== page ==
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New Developments Involving Multiple Employer Plans (MEPs)

Hodgson Russ Employee Benefits Newsletter
August 30, 2019

In July, there were three significant developments affecting MEPs.  A MEP, generally speaking, is a plan under which the employees of multiple unrelated employers may be covered.  Participation in a MEP might be attractive to an employer, particularly a small employer, that cannot easily absorb the administrative time and expense needed to properly operate a qualified retirement plan.

Final DOL Regulations. The Department of Labor (DOL) published final regulations on MEPs (84 FR 37508). One category of MEPs covered by the regulations sometimes may be referred to as “association retirement plans” or “ARPs.”  The regulations prescribe the rules under which it will be easier for a bona fide group or association of employers (e.g., trade associations) with a “commonality of interest” to jointly sponsor an ARP.  The “commonality of interest” needed to establish an ARP is satisfied if the employer members of the group or association either (1) are in the same trade, industry, line of business or profession, or (2) have a principal place of business in the same region that does not exceed the boundaries of a single state or a metropolitan area (even if the metropolitan area includes more than one state).

The primary purpose of the group/association may be to offer and provide MEP coverage, but the group/association also must have at least one other substantial business purpose.  The group/association, among other things, must have a formal organizational structure, the group/association must have its functions and activities controlled by the employer members, and plan participation may not be made available to employees of non-members.  The final regulations prescribe rules under which a working owner (e.g., sole proprietors) may qualify as both an employer and as an employee of a trade or business for purposes of participating in an ARP.

The final DOL regulations also prescribe rules under which a MEP may be sponsored by a bona fide professional employer organization (PEO). To be a bona fide PEO, the PEO, among other things, must –

  • Perform “substantial employment functions” on behalf of the client employers that adopt the MEP;
  • Have substantial control over the functions and activities of the MEP, as the plan sponsor, as plan administrator and as a named fiduciary;
  • Ensure that each adopting client employer acts directly as an employer of at least one employee who is a participant covered by the MEP; and
  • Ensure that MEP participation is restricted to current and former employees (and their beneficiaries) of the PEO and client employers.

The regulations state that whether a PEO performs “substantial employment functions” may be determined on a facts and circumstances basis, but the regulations also offer safe harbor standards under which a PEO will be considered to perform “substantial employment functions.”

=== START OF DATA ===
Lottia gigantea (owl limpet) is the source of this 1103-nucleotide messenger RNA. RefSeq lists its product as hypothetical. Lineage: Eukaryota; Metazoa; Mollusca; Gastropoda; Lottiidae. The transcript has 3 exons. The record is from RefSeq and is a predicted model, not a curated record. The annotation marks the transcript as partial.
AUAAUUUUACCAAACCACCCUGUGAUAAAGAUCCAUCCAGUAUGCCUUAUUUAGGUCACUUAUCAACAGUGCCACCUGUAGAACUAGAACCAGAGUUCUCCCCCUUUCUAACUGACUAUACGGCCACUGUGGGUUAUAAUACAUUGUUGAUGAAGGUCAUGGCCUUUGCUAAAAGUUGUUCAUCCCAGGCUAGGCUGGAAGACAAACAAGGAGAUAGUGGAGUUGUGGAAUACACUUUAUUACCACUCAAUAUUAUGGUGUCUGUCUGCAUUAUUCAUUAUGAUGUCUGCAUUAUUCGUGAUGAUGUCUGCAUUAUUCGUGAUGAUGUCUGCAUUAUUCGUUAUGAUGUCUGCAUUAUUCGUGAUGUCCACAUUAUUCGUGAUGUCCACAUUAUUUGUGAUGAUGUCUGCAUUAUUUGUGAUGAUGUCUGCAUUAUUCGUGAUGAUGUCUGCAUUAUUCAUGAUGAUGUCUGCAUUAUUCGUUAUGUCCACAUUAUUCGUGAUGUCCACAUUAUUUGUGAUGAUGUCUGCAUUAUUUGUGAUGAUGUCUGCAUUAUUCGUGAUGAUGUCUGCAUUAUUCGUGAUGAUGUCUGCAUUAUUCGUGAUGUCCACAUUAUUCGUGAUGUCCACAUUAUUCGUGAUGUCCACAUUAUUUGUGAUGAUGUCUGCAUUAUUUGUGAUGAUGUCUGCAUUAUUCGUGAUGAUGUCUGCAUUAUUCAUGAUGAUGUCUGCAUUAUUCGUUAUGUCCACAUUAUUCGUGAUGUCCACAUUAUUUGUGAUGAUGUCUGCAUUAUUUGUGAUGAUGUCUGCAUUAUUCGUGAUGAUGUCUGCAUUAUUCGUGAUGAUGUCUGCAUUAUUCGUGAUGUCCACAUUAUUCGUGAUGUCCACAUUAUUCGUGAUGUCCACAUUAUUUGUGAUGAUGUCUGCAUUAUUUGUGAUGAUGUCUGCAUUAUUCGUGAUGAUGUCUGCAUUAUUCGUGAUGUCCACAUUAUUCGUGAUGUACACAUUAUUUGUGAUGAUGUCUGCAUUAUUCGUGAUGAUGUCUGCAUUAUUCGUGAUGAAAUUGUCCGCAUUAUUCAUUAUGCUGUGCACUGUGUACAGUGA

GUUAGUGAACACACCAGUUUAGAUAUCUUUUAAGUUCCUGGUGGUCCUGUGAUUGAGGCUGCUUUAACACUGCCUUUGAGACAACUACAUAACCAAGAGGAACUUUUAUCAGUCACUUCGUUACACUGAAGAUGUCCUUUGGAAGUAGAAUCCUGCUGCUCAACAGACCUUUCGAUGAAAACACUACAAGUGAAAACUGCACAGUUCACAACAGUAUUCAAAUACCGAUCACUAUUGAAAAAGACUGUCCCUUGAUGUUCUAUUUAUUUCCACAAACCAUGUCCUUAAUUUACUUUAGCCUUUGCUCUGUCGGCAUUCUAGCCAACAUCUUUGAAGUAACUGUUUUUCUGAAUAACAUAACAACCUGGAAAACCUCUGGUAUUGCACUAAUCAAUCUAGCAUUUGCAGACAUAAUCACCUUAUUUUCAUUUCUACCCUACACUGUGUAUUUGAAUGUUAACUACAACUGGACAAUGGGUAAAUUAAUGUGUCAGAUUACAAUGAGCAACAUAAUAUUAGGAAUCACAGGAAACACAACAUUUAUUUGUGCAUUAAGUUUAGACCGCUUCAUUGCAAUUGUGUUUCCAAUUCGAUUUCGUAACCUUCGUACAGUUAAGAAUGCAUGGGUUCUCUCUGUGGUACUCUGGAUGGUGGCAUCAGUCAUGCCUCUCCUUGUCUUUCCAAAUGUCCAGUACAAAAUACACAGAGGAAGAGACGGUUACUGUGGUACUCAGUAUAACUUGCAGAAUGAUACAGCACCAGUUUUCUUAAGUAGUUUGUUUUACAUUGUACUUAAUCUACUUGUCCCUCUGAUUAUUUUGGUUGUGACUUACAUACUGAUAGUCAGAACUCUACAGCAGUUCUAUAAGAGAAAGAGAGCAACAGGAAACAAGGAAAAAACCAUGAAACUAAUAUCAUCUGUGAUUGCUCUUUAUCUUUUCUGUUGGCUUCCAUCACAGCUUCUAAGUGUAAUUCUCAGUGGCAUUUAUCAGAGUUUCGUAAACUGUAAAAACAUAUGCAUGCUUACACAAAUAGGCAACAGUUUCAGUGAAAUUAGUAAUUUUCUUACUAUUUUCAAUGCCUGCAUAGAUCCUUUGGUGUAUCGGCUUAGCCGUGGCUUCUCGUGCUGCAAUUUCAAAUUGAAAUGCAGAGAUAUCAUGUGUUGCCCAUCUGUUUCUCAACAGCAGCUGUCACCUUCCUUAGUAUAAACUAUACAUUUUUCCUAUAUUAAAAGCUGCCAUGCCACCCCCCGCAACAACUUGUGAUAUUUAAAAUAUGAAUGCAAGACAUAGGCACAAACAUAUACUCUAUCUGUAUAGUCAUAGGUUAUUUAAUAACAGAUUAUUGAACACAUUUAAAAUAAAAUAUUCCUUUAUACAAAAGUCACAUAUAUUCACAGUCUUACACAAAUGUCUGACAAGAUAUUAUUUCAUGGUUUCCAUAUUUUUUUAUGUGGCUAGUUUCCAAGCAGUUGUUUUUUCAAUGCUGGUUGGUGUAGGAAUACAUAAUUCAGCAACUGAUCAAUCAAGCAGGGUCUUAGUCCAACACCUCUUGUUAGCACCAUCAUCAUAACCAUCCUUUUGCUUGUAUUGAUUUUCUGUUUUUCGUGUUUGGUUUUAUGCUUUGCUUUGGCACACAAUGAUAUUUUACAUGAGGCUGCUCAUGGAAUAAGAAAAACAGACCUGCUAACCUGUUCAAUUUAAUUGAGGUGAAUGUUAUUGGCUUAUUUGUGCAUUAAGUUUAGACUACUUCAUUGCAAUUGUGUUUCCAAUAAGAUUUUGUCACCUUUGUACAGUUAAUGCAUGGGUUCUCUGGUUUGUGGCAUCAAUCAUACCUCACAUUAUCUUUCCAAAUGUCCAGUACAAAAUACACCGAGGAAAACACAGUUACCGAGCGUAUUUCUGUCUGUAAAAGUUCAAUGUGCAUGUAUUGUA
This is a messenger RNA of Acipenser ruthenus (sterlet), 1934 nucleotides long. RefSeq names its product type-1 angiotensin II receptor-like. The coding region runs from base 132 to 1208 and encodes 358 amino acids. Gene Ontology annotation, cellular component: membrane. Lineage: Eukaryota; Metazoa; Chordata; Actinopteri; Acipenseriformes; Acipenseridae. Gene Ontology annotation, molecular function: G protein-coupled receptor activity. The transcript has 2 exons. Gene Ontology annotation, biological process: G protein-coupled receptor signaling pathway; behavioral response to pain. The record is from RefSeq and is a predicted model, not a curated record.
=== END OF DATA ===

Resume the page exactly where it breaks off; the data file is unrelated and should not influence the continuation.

Request for Information.  While the final DOL regulations published in July address MEPs that are in the nature of ARPs where there is some “commonality of interest,” those regulations do not yet prescribe a clear path forward for the establishment of so called “open” MEPs (i.e., MEPs for which there would not necessarily be any “commonality of interest”).  Currently, the DOL would not treat open MEPs as a single plan for ERISA purposes. The DOL, however, believes open MEPs deserve further consideration. To generate further commentary on open MEPs, the DOL published a request for information (84 FR 37545) pursuant to which the DOL is soliciting comments on a broad range of issues relating to open MEPs. Comments must be submitted to the DOL on or before October 29, 2019.

IRS Regulations.  In early July, the Internal Revenue Service (IRS) published a proposed regulation (84 FR 3177) that would provide relief to MEPs from the so-called “one bad apple” rule – the IRS calls it the “unified plan rule.”  Under the “one bad apple” rule, a qualification failure by one of the participating employers in a MEP could potentially disqualify the entire plan, which some believed might make employers reluctant to join a MEP.

The impetus for the proposed regulation is a 2018 Executive Order intended to expand access to workplace retirement plans. The Executive Order included a directive to the Secretary of the Treasury to consider the issuance of proposed regulations that would expand access to MEPs.  Accordingly, the Treasury Department proposed new regulations that would provide an exception to the “one bad apple” rule for certain defined contribution MEPs.  A defined contribution MEP would be eligible for the exception to the “one bad apple” rule on account of certain qualification failures due to actions or inaction by a participating employer, if certain conditions are satisfied. To avoid full plan disqualification, the regulations, among other things, would allow, in the case of certain types of failures, for a spinoff of the assets and account balances attributable to participants to a separate plan and a termination of that plan where the participants are employed by a participating employer that is unable or unwilling to correct a qualification failure. Termination distributions from the spinoff plan generally would not lose favorable tax treatment normally available to qualified plan retirement plan distributions, including the availability of tax-deferred rollover treatment.

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